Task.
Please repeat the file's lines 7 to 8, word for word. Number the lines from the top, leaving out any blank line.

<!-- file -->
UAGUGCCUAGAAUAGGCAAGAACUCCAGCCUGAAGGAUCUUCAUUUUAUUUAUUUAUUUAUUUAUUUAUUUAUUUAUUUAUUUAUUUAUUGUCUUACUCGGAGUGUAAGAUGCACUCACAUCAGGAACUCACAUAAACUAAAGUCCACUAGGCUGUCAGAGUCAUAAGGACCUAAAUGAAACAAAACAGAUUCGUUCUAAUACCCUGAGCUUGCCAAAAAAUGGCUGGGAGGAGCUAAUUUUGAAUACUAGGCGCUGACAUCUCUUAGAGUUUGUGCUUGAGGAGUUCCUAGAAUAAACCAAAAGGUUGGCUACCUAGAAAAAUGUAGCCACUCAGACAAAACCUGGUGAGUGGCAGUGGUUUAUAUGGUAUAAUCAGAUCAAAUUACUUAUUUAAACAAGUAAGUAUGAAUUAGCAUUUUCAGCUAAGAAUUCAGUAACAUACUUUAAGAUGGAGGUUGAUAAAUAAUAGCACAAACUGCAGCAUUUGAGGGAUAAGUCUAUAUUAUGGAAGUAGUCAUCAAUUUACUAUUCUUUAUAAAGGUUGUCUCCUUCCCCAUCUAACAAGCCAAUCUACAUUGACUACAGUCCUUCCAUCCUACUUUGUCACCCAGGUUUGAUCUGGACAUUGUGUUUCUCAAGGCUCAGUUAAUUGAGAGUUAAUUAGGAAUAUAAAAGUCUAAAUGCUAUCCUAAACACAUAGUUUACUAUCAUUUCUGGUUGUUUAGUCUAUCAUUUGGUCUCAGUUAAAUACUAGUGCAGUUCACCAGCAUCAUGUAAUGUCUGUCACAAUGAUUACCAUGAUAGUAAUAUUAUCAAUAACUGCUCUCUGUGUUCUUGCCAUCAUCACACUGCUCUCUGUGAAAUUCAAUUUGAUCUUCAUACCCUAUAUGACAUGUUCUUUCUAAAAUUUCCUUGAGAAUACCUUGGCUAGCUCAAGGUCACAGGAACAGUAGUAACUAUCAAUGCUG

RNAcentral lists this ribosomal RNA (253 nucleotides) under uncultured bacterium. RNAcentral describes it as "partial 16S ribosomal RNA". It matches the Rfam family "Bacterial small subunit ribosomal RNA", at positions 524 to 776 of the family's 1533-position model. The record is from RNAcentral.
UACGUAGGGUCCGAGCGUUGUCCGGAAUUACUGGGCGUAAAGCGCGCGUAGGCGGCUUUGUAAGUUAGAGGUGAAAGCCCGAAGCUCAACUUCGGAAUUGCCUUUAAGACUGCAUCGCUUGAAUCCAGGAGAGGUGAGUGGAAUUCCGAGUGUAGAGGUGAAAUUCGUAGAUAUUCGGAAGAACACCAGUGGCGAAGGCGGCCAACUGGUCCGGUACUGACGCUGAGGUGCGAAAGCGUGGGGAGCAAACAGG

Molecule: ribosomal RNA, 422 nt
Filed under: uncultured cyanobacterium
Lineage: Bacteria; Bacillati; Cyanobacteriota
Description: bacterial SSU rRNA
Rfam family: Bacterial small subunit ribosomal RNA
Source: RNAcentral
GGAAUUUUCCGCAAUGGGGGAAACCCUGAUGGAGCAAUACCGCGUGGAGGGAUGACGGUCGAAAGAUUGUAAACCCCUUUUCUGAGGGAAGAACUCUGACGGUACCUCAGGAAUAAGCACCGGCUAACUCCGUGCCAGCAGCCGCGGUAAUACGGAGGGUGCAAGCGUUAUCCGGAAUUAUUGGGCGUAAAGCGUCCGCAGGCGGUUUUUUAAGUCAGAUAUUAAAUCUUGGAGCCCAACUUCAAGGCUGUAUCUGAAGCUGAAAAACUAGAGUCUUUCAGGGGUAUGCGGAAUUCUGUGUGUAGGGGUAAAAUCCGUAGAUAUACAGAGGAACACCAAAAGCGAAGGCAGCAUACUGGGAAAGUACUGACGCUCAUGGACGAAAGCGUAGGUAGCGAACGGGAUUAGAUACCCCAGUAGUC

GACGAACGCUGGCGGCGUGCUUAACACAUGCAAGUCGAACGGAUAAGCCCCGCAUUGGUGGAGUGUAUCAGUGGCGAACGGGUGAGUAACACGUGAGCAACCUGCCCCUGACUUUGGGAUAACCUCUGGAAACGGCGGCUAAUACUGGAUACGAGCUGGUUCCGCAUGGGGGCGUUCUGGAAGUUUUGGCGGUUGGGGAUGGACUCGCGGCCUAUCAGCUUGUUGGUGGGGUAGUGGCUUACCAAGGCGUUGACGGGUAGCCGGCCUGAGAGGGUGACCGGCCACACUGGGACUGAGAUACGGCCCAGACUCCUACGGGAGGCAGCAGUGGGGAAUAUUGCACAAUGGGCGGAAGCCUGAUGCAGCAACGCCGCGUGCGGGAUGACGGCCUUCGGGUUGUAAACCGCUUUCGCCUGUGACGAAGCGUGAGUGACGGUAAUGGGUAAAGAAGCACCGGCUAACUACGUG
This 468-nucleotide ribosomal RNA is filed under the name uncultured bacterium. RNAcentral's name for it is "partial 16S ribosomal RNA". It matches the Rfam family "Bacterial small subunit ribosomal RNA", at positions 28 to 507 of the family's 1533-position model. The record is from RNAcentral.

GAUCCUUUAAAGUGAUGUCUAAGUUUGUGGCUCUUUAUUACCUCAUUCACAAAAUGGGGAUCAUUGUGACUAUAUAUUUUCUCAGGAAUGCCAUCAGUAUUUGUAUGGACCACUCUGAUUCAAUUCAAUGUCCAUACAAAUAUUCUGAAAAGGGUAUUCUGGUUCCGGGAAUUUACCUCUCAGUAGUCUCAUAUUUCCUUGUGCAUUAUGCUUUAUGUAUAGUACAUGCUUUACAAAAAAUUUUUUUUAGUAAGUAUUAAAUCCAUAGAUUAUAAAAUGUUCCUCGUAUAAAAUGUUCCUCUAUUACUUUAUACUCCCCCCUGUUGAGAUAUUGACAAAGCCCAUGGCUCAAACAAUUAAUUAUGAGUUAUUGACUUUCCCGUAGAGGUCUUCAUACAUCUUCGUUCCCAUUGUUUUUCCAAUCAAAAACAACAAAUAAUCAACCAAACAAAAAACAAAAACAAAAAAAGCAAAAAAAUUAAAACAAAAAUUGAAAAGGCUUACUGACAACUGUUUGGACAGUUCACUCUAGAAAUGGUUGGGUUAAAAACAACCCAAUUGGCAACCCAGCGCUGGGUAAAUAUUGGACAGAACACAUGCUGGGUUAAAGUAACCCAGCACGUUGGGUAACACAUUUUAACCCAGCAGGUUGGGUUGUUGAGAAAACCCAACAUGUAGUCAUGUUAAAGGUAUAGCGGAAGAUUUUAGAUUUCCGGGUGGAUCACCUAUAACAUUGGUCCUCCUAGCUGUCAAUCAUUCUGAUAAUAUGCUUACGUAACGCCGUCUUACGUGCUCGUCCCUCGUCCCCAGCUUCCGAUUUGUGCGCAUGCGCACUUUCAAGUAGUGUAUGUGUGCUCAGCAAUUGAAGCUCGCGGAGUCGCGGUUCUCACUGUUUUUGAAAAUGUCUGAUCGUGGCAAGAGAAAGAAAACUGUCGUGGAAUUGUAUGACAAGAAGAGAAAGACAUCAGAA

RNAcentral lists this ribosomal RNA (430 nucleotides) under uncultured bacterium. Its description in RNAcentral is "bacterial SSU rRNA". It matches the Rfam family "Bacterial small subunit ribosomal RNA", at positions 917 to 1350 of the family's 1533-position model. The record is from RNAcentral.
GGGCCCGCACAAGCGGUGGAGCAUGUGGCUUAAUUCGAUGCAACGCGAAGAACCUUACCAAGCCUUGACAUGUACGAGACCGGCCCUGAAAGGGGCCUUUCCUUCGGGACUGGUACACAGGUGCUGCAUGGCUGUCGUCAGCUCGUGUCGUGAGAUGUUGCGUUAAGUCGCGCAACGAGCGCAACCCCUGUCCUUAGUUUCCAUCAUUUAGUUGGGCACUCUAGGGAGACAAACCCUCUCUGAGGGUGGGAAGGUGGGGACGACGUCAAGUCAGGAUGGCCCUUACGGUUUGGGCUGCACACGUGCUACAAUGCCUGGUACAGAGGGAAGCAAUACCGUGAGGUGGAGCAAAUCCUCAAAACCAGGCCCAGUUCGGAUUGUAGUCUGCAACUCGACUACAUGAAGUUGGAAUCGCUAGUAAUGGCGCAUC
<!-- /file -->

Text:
Description: bacterial SSU rRNA
Rfam family: Bacterial small subunit ribosomal RNA